We worked with Microsoft using their Azure cloud on [a project] called Be a Martian. Citizens are able to do anything from tagging images online to creating programs that tag the images online. It’s a contest and . . . it’s been very successful. It’s a way of crowdsourcing and we took the images — 250,000 images from the Mars rovers Spirit and Opportunity — put them in the Azure cloud and gave the citizens access to it. It’s been terrific. We did the same thing with at EclipseCon.

KS: EclipseCon is a developer conference. Roughly a thousand or so developers worldwide attend each year in Santa Clara, and we held a contest there called the e4 Rover contest where we allowed developers to drive a mini robot around a Martian landscape basically that we had put together. We used this as an opportunity for public outreach, as well as to get developers to build interfaces to command the robot and view the telemetry that is coming back from the robot.

In order to run this contest, we needed a lot of infrastructure that we didn’t want to just go buy for this one week contest. So, we ran the entire contest on the Amazon cloud and leveraged a lot of the services that are very common to companies like Amazon and Microsoft and Google and we were able to get these for free and very quickly — services like load balancing . . . [and] getting computers running in multiple data centers, and services like the delivery of images to the operators that were, in this case, the developers. This project was actually quite successful and it made venues like Slashdot and Digg.

We ended up getting a lot of open source code back that we can go ahead and directly use to make very useable interfaces.

TS: What surprised us a little bit was the quality of the code that these developers came up with during the conference. It was 24 by 7 and Khawaja was there manning it, and the ways of lighting the road that the developers came up with were quite ingenious, including one on an iPhone. So, the crowdsourcing works both ways and we are quite excited about it.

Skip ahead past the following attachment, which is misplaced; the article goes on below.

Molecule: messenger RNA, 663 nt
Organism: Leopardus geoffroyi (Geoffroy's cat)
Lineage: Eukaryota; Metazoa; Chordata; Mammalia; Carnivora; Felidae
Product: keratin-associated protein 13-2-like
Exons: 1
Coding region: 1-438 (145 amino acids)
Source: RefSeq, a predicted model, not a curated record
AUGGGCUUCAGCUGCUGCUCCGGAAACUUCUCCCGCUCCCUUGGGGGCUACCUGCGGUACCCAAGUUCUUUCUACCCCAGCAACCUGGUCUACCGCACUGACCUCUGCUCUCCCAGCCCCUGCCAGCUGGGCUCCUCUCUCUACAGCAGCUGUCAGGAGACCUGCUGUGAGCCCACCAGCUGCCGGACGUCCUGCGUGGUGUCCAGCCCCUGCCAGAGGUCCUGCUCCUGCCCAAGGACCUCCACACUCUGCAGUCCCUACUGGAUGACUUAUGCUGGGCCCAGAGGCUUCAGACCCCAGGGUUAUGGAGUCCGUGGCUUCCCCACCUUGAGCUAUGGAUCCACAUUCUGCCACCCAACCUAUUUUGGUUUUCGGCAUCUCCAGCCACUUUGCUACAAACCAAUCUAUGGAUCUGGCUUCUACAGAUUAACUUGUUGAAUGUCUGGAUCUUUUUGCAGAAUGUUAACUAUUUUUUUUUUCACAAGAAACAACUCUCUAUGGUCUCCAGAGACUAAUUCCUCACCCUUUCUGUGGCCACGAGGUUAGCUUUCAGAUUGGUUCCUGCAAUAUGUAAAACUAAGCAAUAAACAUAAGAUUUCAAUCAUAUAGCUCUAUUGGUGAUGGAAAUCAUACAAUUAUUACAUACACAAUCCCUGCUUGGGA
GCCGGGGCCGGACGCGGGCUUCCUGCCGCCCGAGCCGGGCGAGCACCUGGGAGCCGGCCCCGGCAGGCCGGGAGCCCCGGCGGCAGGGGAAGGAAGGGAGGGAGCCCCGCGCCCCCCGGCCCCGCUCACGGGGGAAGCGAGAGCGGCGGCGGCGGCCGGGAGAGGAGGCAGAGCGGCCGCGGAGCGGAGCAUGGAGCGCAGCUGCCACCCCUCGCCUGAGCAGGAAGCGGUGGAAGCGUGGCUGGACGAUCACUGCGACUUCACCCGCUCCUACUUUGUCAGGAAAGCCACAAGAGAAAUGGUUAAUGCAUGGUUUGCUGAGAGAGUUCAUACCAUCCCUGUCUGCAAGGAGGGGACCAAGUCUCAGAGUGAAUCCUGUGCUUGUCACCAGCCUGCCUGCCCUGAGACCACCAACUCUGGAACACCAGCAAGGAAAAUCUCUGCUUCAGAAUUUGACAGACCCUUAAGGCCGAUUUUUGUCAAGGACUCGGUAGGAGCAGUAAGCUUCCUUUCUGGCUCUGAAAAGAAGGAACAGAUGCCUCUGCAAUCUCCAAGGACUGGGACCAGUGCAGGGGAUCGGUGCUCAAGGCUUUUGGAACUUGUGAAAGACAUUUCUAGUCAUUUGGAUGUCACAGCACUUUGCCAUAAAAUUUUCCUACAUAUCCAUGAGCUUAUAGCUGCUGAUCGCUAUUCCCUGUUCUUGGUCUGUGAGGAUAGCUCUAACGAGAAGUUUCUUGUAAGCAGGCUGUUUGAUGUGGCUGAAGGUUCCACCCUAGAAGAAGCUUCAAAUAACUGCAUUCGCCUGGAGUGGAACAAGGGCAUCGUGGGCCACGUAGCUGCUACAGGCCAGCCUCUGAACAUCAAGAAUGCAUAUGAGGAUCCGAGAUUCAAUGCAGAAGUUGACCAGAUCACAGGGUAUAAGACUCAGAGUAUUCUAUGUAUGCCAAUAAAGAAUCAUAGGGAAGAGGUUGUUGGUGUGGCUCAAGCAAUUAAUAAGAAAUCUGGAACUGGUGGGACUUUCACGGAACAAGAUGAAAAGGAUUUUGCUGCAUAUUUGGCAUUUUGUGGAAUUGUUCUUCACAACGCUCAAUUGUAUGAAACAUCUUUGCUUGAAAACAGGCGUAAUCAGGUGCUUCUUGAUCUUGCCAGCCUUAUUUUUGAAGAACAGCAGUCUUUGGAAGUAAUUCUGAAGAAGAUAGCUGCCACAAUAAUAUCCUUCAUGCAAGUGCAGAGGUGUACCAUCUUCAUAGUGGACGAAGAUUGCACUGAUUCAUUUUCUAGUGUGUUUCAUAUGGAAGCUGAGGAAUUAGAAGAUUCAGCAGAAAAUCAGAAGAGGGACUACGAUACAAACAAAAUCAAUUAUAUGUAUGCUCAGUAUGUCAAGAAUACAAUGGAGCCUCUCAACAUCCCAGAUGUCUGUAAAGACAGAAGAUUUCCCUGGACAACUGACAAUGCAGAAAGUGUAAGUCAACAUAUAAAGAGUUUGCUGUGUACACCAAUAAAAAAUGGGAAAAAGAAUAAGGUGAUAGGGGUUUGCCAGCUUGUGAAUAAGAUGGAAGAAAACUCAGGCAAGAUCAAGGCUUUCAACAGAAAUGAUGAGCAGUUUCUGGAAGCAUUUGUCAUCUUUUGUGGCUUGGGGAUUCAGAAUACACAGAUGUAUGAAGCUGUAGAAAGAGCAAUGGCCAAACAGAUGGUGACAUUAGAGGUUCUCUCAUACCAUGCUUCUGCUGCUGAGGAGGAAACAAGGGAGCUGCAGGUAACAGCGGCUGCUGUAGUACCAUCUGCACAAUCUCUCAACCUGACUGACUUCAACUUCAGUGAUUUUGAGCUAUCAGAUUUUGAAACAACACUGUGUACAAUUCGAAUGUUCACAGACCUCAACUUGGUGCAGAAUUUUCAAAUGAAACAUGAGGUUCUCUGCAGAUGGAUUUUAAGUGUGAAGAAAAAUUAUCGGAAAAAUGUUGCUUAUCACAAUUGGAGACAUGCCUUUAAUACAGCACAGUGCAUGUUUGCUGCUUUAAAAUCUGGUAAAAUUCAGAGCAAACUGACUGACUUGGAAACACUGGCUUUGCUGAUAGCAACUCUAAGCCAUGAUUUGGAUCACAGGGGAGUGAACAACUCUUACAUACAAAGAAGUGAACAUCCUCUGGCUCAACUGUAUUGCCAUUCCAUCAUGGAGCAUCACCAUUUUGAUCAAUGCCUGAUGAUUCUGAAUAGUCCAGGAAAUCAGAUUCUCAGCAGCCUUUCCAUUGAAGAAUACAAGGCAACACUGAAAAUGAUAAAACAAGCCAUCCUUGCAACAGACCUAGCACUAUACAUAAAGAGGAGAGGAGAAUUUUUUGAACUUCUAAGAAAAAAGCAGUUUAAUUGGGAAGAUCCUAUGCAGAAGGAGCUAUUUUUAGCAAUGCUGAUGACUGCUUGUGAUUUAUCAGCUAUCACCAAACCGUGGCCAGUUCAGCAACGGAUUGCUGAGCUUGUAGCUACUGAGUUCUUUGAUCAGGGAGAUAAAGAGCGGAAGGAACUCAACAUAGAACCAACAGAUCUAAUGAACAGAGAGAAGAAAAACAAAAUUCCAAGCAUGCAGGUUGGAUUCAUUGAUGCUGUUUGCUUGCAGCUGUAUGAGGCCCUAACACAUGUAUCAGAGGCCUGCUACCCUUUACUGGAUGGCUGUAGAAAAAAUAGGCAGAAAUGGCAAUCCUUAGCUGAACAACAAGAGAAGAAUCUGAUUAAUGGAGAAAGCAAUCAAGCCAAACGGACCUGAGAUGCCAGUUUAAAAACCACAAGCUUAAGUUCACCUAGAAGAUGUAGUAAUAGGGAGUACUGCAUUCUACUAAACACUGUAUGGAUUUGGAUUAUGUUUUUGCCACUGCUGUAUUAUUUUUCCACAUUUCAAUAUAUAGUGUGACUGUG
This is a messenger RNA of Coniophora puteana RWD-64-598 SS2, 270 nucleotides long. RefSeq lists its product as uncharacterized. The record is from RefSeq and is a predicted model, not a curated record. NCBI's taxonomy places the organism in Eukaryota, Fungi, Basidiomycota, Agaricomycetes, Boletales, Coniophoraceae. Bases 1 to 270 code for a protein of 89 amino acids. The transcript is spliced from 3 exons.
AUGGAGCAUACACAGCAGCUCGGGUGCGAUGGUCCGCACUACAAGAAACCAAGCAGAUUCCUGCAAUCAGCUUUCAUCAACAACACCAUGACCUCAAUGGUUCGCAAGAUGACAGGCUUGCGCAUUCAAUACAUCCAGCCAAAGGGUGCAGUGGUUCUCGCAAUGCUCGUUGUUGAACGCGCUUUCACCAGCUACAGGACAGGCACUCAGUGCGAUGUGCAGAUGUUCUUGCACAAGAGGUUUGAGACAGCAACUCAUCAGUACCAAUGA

Prepare for local event ‘Crowd and the Cloud’

April 12, 2010

Today, Fed Cloud Blog is please to talk with Mike Nelson, a visiting professor of Internet studies in the Communications, Culture and Technology Program at Georgetown University.

He gives us a preview of the upcoming event, Crowd and the Cloud, which will be held on April 20 from 9 a.m. – 3 p.m. at Copely Hall on Georgetown’s main campus.

Nelson starts by explaining the impetus behind the event.

MN: The idea is to look at how new technologies, particularly the Internet and the cloud, are allowing people to work together in new ways, and to actually change the way they work in a rather fundamental way.

When I talk to my 12-year-old, she talks about hanging out online. This isn’t a tool for her, it’s a place — and more and more companies are creating virtual team rooms in cyberspace where people from 15 or 50 different locations can all gather, share information, participate in simulations, play with data and pull people in from other sites. It’s a really dynamic, interesting way to do work that wasn’t possible just five or 10 years ago.

FCB: What’s the advantage of bringing all of these people together. . . . This sort of thought process was just getting started [10 years ago]. Then, you had people in chat rooms or what have you and the conversation kind of got garbled. How have things evolved since then?

MN: I think that’s the difference now. We used to have these very simple chat rooms where people were just typing away and lots of different comments on lots of different topics were coming up at the same time.

Now, we have the ability to thread different conversations with virtual worlds, like Second Life [where] you can go in and actually gather around images and three dimensional simulations. You can really focus the conversation and do more useful things. In some cases, you can actually work more effectively online than you could if you were all in the room together in one place.